Review: Finches of Mars / Author: Brian Aldiss / Publisher: The Friday Project / Release Date: June 6th
There is one television advertisement I remember in particular from my youth. It featured J. Robert Oppenheimer witnessing a nuclear explosion and the words which projected him onto my consciousness as a mortal giant: “I am become death, the destroyer of worlds.” Since then I have perceived the writer as having a capacity to be as close to God as any mortal. Brian Aldiss is one of those writers who can stand back and look out across the vast fictional landscape of sciences fiction, and consider himself both a creator and a destroyer of worlds; a mortal God if you will.
Finches of Mars follows the travails of a group of Martian colonists and the inevitable struggles they face in establishing a Martian colony. Overcoming the initial challenge of sustaining life, it proves impossible for new life to flourish, thereby casting a shadow over the future of the colony.
Aldiss’ final novel, published in his eighty-eighth year, is a science fiction story of ideas. Finches of Mars stands as a challenge to conventional wisdom regarding the need for a protagonist to compel the reader's empathy or interest. Instead it favours a cast of characters whose fates are intertwined within the narrative, but who are at the service of the delivery of the novel’s ideas. Finches of Mars is a thinking person’s SF novel which wants to engage with the reader, to compel you to reflect on the nature of existence, what it is to be human and our relationship with our home planet Earth as well as our place within the universe.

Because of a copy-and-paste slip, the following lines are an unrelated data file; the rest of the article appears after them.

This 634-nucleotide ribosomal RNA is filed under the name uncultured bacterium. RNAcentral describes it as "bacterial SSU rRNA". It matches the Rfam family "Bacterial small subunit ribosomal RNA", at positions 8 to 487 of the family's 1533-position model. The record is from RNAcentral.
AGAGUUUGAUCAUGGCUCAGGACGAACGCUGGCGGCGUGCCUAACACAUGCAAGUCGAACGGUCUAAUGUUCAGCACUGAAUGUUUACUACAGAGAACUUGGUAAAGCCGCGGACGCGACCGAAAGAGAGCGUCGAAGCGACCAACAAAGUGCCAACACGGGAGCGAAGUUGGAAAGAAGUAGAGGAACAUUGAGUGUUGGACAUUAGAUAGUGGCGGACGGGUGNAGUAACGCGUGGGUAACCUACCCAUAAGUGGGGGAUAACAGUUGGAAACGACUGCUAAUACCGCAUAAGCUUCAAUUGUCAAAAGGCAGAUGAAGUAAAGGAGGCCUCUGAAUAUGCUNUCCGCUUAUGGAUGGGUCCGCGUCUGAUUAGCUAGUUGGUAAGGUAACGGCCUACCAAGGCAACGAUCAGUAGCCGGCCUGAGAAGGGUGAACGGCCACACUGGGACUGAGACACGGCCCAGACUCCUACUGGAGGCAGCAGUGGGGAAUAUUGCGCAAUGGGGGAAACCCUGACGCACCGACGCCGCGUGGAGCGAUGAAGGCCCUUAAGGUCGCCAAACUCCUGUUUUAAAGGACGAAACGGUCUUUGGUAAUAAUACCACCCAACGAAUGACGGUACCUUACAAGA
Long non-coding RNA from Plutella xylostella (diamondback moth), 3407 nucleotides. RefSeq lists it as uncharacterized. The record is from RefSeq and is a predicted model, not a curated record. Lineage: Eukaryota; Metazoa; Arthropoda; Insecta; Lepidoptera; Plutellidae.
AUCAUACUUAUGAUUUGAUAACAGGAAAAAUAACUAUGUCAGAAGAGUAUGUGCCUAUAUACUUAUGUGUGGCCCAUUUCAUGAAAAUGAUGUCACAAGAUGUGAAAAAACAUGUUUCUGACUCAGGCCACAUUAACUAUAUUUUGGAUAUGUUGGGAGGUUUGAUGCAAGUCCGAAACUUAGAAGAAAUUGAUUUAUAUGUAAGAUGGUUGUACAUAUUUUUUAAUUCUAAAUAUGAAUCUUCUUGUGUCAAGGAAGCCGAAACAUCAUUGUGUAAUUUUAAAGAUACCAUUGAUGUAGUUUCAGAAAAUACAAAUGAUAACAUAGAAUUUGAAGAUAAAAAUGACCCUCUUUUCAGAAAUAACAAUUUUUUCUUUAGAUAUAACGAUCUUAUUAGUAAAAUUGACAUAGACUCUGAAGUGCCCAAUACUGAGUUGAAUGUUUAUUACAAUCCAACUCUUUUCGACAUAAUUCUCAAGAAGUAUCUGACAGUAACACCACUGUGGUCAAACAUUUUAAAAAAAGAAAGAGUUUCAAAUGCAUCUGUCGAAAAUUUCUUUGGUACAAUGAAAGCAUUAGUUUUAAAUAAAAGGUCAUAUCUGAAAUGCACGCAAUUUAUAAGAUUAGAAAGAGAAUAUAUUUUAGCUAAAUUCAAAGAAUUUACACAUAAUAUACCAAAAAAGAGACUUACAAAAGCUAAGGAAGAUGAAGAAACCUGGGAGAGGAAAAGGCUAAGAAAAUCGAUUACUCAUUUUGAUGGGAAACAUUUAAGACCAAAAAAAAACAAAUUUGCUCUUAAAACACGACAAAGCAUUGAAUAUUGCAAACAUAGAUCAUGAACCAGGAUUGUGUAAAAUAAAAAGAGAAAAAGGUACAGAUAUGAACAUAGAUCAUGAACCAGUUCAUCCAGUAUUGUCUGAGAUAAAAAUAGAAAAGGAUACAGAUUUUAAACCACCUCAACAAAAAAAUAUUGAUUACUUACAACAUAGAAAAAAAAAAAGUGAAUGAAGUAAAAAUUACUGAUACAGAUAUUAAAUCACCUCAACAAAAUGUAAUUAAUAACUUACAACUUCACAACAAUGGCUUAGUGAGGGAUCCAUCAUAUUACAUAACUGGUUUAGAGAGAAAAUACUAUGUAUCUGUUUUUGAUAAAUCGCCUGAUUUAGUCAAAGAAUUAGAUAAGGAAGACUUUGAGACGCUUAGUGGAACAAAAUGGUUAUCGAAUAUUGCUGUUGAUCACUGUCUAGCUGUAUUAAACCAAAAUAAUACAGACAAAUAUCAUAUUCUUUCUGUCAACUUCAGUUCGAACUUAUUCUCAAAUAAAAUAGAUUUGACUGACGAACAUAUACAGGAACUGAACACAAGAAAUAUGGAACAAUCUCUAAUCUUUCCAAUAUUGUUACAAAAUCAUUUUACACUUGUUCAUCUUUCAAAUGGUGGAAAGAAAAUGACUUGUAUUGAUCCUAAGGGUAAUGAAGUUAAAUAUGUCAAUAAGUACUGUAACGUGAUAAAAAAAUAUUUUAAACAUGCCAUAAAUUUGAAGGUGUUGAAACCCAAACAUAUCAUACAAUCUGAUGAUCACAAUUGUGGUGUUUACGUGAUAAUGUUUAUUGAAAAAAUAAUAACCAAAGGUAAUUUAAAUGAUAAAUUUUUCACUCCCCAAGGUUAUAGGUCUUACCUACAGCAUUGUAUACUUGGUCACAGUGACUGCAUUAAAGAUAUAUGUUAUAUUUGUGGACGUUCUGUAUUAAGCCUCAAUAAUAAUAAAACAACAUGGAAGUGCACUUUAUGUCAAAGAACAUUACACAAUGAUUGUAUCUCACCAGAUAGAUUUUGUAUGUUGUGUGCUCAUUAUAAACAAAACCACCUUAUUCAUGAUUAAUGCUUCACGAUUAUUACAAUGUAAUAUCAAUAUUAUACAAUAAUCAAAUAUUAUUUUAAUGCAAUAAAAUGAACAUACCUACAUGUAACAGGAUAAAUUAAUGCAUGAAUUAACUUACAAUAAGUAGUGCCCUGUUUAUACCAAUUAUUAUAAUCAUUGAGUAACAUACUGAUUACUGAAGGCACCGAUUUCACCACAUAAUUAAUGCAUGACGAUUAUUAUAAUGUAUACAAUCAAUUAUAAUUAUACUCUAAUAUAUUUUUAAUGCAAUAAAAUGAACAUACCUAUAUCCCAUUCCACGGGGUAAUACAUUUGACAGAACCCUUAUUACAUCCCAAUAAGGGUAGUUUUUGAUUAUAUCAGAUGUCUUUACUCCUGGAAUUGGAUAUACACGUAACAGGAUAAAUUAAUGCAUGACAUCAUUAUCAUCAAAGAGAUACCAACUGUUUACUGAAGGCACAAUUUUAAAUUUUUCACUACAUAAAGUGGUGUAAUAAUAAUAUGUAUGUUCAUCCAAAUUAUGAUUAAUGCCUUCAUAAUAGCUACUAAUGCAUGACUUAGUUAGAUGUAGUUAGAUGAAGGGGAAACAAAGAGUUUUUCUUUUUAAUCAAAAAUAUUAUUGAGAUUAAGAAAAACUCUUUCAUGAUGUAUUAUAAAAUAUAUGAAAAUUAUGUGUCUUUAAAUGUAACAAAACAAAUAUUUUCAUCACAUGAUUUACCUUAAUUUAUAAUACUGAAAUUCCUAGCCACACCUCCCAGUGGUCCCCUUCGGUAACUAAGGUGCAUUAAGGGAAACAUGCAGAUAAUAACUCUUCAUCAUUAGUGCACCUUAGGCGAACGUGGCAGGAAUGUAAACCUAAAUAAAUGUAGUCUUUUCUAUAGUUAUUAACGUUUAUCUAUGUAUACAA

Sometimes Finches displays such an overwhelming sense of contempt for humanity that it could be easily taken for a cynical novel. Aldiss, however, understands that in the shadow of cynicism one can find a beacon of optimistic light, and through this conflict between the two he explores the value of hope, of belief within the cycles of human life, but is never afraid to look into the dark hearts of men and women, and question whether we have the propensity to create a better future for ourselves.
A fitting full stop on an illustrious career, Finches of Mars values the ambitious potential for storytelling at the heart of sciencefFiction, of dealing in ideas that can be described as grand, important as well as relevant. It is a thought-provoking conclusion in which Aldiss pays tribute to the intricate ménage à trois relationship within Science Fiction of ideas, narrative and science.